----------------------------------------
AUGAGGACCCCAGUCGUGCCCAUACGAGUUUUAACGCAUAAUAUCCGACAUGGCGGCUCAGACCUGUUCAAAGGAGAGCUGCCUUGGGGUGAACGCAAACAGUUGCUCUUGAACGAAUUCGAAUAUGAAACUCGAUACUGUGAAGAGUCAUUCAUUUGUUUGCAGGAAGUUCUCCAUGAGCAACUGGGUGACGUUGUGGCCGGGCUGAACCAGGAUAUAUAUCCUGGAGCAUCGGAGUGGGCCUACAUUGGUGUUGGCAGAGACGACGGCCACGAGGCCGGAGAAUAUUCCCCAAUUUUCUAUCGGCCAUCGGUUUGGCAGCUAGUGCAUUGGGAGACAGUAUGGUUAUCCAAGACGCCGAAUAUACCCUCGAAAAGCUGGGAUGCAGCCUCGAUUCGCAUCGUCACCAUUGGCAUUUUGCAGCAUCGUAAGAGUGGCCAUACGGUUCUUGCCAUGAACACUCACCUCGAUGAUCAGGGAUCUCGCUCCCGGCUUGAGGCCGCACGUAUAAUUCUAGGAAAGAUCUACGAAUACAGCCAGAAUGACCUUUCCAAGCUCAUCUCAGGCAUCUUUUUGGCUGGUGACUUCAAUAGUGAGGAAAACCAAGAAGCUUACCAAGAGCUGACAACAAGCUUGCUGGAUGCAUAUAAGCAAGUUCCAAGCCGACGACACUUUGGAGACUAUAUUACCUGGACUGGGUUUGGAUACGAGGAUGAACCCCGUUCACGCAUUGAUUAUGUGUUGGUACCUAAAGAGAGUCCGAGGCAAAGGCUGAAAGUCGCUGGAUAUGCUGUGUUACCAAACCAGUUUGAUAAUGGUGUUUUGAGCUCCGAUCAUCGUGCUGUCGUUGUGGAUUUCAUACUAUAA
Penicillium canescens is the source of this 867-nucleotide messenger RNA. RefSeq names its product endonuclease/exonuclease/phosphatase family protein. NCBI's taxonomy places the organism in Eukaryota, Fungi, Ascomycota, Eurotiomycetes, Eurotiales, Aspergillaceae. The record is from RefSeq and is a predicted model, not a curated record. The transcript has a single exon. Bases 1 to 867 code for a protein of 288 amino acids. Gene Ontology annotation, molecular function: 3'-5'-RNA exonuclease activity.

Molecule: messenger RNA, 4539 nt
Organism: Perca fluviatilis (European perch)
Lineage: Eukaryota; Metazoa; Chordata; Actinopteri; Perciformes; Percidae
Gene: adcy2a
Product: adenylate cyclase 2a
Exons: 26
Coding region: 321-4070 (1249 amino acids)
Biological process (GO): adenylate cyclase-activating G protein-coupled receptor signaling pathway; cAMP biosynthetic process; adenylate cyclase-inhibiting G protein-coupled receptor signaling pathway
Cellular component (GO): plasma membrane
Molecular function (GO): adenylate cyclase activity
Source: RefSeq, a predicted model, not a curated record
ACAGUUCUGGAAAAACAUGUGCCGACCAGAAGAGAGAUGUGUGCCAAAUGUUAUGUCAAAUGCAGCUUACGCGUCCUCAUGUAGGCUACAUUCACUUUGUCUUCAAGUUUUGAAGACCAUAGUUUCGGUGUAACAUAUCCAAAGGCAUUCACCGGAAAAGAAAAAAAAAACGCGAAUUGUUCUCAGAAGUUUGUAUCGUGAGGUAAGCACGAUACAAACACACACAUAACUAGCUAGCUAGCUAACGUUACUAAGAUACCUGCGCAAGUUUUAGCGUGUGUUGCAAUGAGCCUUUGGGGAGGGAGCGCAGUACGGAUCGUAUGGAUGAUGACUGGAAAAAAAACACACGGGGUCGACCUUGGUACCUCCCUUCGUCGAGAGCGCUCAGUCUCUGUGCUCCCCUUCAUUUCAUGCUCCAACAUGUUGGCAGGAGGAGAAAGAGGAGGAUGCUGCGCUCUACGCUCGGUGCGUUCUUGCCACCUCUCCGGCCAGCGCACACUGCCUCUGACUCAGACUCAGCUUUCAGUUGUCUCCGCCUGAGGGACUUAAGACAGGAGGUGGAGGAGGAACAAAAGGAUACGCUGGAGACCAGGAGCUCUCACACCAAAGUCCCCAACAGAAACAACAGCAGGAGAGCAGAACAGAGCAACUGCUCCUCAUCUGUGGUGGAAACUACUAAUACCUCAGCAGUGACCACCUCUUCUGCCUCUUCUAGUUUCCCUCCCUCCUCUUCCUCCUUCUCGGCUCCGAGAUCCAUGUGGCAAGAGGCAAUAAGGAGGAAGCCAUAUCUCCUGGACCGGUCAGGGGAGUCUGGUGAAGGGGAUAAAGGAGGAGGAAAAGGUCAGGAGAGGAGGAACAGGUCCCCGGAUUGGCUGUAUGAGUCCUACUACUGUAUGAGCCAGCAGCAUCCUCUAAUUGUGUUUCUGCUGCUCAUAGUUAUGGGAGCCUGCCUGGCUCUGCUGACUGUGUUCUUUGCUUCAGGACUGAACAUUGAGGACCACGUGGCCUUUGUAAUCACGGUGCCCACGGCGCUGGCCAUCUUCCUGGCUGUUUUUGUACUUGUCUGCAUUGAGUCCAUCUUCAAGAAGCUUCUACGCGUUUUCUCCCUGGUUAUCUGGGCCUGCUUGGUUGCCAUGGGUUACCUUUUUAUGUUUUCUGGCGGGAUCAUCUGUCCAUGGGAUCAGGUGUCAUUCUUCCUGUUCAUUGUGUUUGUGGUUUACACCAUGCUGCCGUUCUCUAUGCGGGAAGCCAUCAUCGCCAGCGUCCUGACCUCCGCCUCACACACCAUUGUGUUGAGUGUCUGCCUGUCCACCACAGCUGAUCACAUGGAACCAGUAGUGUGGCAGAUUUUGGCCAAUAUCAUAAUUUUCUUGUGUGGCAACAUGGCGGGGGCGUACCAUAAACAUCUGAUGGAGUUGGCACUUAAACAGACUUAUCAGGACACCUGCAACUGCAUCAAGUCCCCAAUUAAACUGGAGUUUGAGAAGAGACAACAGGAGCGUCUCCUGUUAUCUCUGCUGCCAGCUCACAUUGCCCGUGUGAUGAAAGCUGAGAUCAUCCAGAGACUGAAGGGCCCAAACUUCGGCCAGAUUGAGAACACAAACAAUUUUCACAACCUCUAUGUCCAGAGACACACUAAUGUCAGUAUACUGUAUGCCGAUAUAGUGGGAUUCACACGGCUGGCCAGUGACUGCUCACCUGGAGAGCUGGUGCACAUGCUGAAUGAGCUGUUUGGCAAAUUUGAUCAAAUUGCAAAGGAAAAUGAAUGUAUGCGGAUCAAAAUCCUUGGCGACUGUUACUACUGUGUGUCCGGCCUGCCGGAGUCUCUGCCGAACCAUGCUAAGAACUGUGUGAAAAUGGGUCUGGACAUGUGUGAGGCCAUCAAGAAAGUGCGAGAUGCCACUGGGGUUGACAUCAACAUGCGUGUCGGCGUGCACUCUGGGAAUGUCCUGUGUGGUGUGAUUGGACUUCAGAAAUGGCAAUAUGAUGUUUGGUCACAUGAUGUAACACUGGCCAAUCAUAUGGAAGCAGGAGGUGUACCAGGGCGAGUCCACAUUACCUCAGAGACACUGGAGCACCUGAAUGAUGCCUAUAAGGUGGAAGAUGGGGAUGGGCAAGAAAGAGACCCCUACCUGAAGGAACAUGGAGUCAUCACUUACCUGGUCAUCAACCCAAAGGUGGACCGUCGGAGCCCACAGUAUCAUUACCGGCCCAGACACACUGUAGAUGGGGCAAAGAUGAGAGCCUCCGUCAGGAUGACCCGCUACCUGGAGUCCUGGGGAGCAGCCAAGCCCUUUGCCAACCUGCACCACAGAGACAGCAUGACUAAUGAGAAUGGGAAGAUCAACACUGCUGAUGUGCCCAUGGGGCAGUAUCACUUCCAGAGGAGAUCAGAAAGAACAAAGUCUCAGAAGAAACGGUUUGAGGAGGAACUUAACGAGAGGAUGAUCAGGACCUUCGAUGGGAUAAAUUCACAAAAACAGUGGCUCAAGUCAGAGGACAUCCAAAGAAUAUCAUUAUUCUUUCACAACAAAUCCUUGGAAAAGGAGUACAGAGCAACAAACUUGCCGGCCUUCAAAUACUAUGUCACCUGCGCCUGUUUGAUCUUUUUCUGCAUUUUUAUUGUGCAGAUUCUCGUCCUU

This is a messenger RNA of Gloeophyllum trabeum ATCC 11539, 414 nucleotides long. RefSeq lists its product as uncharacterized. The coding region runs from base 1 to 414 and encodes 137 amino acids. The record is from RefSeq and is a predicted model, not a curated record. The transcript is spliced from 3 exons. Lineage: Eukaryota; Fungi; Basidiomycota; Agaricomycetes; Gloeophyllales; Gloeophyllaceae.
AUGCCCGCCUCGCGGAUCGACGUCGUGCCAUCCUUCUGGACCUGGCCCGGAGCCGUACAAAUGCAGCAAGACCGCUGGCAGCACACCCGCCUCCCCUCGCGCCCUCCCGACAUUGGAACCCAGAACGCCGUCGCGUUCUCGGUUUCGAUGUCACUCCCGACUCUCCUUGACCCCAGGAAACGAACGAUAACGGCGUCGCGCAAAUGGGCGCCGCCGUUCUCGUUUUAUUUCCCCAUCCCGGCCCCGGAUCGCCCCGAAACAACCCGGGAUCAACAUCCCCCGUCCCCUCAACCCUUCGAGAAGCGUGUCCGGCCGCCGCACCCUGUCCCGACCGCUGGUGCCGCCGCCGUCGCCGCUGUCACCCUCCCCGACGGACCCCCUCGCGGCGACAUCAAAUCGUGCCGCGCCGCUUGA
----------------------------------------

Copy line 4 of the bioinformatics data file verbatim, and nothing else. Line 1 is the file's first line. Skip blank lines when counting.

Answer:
Organism: Perca fluviatilis (European perch)